PBS Newshour explains, here in “How weather and nutrient pollution create fertile conditions for toxic algae blooms”:

Global Productivity Growth of Agriculture Developing vs. Developed

Productivity growth in agriculture enables farmers to produce a greater abundance of food at lower prices, using fewer resources. A broad measure of agricultural productivity performance is total factor productivity (TFP). Unlike other commonly used productivity indicators like yield per acre, TFP takes into account a much broader set of inputs—including land, labor, capital, and materials—used in agricultural production. ERS analysis finds that globally, agricultural TFP growth accelerated in recent decades, largely because of improving productivity in developing countries and the transition economies of the former Soviet Union and Eastern Europe.

During 2001-2010, agricultural TFP growth in North America and the transition economies offset declining input use to keep agricultural output growing. By contrast, declining input use in Europe offset growing TFP, resulting in a slight decline in agricultural output over the decade. In most regions of the developing world, improvements in TFP are now more important than expansion of inputs as a source of growth in agricultural production. Sub-Saharan Africa is the only major region of the world where growth in agricultural inputs accounts for a higher share of output growth than growth in TFP.

source: USDA

Do Corn and Soybean Farmers Feel Like Hamsters on Wheels?


Flickr CC photo by Asad.

Though we always hear that there needs to be more investment in agricultural research, an agronomy student once told me that his professors are frustrated by the fact that nothing they can offer in the way of agricultural advice will be adopted by farmers unless it increases their profitability. And, usually that comes by way of reducing labor, increasing yields, or through policy.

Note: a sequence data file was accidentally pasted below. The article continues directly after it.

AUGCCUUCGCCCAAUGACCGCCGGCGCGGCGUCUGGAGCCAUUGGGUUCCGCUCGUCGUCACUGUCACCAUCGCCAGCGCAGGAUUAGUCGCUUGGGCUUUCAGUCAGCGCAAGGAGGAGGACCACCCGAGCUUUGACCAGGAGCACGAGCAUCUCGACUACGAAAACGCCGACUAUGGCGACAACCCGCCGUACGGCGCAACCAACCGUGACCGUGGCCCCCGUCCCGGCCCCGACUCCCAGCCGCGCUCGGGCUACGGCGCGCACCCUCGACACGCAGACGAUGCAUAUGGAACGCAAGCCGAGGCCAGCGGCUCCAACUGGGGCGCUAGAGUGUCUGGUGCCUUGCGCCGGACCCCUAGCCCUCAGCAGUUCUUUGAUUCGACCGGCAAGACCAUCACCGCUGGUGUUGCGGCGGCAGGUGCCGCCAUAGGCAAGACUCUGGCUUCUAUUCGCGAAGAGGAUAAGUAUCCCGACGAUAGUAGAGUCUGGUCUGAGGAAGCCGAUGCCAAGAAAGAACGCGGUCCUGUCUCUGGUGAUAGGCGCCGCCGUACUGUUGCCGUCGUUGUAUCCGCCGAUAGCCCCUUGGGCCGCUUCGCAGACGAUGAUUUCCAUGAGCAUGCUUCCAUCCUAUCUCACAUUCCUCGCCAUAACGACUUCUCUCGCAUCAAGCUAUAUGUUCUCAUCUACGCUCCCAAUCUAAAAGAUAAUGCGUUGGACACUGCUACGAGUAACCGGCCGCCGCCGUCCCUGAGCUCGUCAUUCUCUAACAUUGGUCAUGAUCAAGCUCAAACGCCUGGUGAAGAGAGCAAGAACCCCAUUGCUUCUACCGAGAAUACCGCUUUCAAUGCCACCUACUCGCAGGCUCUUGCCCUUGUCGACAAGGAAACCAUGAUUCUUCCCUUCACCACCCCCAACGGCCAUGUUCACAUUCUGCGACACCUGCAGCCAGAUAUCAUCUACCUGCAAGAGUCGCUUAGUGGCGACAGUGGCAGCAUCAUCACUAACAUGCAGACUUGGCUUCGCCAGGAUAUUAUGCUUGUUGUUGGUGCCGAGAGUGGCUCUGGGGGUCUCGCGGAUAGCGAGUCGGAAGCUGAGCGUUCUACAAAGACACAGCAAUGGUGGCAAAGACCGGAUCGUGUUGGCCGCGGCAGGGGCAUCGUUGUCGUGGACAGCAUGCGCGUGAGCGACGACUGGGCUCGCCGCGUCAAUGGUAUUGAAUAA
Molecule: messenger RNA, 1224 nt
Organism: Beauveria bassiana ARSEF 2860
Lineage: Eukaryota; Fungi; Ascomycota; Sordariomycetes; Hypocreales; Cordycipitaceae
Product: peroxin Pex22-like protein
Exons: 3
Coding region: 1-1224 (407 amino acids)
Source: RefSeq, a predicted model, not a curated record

We have a situation today where the efficiency of industrialized agricultural methods are being challenged because of ever rising input costs as well as ever growing global production competition as more and more of the developing nations adopt our industrial methods of production. Additionally, whereas the U.S. used to be the world’s corn exporting powerhouse, we’ve relinquished export market share since mandated ethanol policy went into effect.

In recent years, the agribusiness giants have done extremely well and many corn and soybean farmers have just ended a cycle of great crop incomes, too. We all know how well the S&P 500 has done in the past five years, but Deere has done even better:

In part recent farm-related profits have been due to government policies of direct farm payments and crop insurance, and in larger part, because of the biofuels mandates. But, it looks like that good time period is about to end. A recently released FAPRI study forecasts breakeven crop prices through 2023 for U.S. farmers.

Furthermore, during the five-year corn commodity price bull run we’ve just experienced, the profits went to the top half of producers, while the bottom half was left out; the top 10 percent of producers made 10 times the amount of profits than the bottom 10 percent.